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New DNA-Based Dispersal Data

Most species distribution models and dynamic global vegetation models ignore long-distance migration effects of plants and thus miss a possibility to predict these aspects of systems behaviour under scenarios of climate and land use change. Activity 3 will provide the theoretical basis and practical application for several plant species to estimate migration rates using novel statistical techniques. These estimates of long-distance dispersal will then be used for model development and improvement in the subsequent modelling activities

Download Briefing Sheet on Work Description of Activity 3

Overview

Although several modelling studies have predicted the way species’ habitat or biome may be shifted, few explicitly included the possibility for species or group of species to actually migrate to new habitats. If species frequently disperse over long distances, colonisation and migration rates can increase considerably.

Most species distribution models and dynamic global vegetation models (DGVMs) ignore such spatial processes. They thus miss an important driver of local-to landscape-scale biodiversity distribution and the ability to predict the transient systems behaviour under scenarios of climate and land use change.

Short-distance dispersal is relatively well-studied in plants. However, the frequency of rare long-distance events is extremely difficult to estimate. But according to pilot studies, dispersal potential of individual species can be estimated from the genetic makeup of the plants.

Integrating dispersal mechanisms in predictive models of species range shift will help identifying which type of species will be able to track climate change occurring at a predicted rate. It will also make possible to check the capacity of species to cross linear obstacles in the landscape to reach suitable habitats, e.g. at higher elevation. This approach is a novel alternative to the traditional inference of migration rates from observed seed dispersal, which fails to capture the rate of long-distance dispersal events.

Activity 3 will – based on molecular markers – provide estimates of migration rates and its effects on the structuring of historical and potential future ecosystems and biomes. These estimates of long-distance dispersal will then be used for model development and improvement in the subsequent modelling activities (mainly Activity 5 and 6).

Objectives

The theoretical part of this activity will assess the potential use of genetic markers to evaluate the rare occurrences of long-distance dispersal for plants, and develop an experimental field protocol for estimating the dispersal abilities of plant species. Following the theoretical part, data for several key species will be sampled and analysed according to the protocol in order to infer long-distance dispersal for these.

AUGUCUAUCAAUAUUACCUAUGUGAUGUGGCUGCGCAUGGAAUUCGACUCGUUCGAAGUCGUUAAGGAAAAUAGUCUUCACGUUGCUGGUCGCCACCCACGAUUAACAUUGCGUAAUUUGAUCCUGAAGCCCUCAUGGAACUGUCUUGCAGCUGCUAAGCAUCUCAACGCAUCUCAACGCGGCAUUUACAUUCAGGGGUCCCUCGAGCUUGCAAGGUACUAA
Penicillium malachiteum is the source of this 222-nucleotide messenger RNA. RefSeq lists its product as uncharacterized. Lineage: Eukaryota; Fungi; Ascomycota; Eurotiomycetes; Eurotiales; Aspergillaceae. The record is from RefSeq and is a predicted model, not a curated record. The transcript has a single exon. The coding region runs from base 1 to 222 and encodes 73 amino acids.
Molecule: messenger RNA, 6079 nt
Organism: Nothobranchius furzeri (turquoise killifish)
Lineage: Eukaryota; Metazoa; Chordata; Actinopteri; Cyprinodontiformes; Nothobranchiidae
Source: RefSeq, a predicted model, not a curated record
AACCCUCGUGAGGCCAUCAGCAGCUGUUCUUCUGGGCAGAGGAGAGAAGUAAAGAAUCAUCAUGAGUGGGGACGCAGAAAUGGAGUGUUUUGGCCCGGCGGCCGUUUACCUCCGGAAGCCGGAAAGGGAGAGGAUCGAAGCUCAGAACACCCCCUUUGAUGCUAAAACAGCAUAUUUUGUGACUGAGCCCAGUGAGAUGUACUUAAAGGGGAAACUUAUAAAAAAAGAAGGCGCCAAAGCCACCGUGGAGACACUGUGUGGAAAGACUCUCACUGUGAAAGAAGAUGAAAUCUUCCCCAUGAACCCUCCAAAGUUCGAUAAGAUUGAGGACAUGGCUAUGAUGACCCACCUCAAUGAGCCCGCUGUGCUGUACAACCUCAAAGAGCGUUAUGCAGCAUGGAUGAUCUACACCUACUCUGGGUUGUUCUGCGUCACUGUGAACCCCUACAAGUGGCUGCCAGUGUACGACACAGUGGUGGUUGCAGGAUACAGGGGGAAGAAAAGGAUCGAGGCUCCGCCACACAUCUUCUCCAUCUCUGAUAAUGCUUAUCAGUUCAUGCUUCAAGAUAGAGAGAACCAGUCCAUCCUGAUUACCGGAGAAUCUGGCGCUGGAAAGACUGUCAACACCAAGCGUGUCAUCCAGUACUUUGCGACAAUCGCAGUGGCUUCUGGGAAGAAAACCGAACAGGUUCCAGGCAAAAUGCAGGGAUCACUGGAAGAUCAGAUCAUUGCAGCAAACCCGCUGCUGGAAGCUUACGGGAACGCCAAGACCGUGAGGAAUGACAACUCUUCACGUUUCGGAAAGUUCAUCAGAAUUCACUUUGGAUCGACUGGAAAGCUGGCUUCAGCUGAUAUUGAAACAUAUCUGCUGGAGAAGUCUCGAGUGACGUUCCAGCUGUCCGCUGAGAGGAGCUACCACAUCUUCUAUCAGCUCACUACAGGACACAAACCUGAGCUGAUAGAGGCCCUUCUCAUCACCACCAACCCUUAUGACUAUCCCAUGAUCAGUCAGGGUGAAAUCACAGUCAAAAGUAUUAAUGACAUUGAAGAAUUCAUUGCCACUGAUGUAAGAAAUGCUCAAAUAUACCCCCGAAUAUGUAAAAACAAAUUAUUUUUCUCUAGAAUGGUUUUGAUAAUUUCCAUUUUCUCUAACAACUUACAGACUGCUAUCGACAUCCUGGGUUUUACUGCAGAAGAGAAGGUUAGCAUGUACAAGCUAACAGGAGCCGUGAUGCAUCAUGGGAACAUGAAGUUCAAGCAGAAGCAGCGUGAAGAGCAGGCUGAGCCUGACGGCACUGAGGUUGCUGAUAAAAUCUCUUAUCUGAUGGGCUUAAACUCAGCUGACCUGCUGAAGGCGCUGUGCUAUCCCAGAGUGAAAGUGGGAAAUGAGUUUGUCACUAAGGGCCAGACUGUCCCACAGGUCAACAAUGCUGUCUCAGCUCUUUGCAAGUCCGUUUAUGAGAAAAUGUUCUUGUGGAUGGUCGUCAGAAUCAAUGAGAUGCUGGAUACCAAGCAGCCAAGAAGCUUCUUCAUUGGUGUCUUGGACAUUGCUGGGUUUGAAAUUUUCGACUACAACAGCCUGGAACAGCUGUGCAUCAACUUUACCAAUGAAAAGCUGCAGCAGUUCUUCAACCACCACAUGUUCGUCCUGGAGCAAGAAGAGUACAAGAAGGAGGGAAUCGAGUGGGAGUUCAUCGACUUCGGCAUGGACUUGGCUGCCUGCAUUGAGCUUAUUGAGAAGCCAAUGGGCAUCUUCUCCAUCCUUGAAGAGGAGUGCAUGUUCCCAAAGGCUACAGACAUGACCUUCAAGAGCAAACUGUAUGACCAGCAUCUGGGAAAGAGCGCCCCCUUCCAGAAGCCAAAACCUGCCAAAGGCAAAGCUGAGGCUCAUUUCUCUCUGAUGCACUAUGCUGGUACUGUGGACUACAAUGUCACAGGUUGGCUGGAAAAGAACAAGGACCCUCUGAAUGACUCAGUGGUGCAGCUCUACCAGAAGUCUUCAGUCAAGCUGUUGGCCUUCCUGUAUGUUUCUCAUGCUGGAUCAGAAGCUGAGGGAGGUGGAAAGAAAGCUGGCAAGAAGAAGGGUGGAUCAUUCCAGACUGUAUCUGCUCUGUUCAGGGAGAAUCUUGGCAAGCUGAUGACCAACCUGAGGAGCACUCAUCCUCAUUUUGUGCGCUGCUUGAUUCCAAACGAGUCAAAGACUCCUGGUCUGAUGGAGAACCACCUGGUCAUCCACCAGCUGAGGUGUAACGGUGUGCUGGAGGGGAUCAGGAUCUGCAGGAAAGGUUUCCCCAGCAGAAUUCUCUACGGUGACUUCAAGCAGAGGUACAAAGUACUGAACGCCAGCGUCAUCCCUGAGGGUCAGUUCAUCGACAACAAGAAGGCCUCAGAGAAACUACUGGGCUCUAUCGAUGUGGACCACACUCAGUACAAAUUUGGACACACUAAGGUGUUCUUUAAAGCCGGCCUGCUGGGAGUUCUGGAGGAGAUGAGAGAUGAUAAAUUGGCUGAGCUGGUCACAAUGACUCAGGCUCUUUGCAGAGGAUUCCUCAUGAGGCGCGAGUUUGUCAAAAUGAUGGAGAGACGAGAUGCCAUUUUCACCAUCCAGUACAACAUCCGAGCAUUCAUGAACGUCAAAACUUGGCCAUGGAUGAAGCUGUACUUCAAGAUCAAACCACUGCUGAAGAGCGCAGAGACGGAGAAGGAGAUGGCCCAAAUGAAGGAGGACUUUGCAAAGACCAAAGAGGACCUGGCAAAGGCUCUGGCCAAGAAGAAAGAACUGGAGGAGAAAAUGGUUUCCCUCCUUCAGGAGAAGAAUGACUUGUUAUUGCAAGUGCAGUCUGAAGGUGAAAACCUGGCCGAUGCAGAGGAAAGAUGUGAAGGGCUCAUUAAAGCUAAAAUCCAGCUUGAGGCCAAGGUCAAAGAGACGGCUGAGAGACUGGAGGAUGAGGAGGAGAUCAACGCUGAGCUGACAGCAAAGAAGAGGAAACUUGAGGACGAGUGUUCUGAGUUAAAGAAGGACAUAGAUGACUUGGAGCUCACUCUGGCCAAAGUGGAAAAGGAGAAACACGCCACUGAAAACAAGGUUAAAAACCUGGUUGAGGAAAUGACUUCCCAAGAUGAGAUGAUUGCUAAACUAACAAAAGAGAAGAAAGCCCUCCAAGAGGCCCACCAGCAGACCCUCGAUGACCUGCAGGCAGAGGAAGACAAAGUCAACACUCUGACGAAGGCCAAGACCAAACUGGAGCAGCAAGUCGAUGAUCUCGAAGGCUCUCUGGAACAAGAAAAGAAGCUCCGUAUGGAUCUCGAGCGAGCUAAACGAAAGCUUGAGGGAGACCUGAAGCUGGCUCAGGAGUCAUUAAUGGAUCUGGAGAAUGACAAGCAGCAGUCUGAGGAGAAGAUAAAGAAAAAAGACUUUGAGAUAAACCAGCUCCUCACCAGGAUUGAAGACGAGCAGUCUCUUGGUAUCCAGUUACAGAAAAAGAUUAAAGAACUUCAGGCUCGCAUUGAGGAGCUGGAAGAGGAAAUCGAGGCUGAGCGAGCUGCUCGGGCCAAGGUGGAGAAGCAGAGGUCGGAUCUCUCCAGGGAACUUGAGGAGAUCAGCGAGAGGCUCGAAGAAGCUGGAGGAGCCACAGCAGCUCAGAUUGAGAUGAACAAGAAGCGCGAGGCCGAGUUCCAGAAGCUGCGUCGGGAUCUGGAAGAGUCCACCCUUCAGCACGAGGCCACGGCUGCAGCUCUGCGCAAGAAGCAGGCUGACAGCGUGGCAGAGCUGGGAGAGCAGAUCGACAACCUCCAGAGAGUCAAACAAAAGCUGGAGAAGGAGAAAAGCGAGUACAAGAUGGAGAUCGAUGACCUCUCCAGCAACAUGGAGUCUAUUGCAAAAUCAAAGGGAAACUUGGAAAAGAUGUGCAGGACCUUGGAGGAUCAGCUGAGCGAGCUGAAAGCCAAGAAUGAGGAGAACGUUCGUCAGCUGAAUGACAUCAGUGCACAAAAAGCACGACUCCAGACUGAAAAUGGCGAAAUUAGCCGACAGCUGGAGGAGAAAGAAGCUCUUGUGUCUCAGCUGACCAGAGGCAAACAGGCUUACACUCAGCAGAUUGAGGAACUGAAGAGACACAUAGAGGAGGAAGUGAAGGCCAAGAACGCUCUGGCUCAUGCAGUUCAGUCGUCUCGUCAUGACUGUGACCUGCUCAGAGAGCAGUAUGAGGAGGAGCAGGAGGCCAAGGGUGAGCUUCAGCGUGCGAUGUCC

Populations of plant species with frequent long-distance are expected to be genetically more similar than the populations of plants with limited long-distance dispersal. Using this principle, a species’ migration rate can be analysed by studying the differences between populations using genetic markers.

Approaches

The first task was to investigate how best to spread the sampling effort, i.e. number of samples (individuals) per locality, spacing of samples within localities, spacing and numbers of localities, and number of genetic markers. Based on these outcomes a protocol for estimating plant dispersal based on molecular markers has been designed. The outcomes showed that many populations and many individuals need to be sampled to get a good idea of the rate of long-distance dispersal.

Within the 2nd part of activity 3, knowledge about long-distance dispersal of several key species should be obtained, by applying the developed protocol. The objective will be to extract DNA from all samples and to analyze the produced data, according to the strategy designed in the theoretical part of Activity 3. In addition, the developed statistical method will be used to estimate the rate of long-distance dispersal for 40 species using existing data from the IntraBioDiv project.

Expected results

• protocol for studying plant dispersal based on molecular markers
• estimate of long-distance dispersal for several key plant species

Results and publications

to follow

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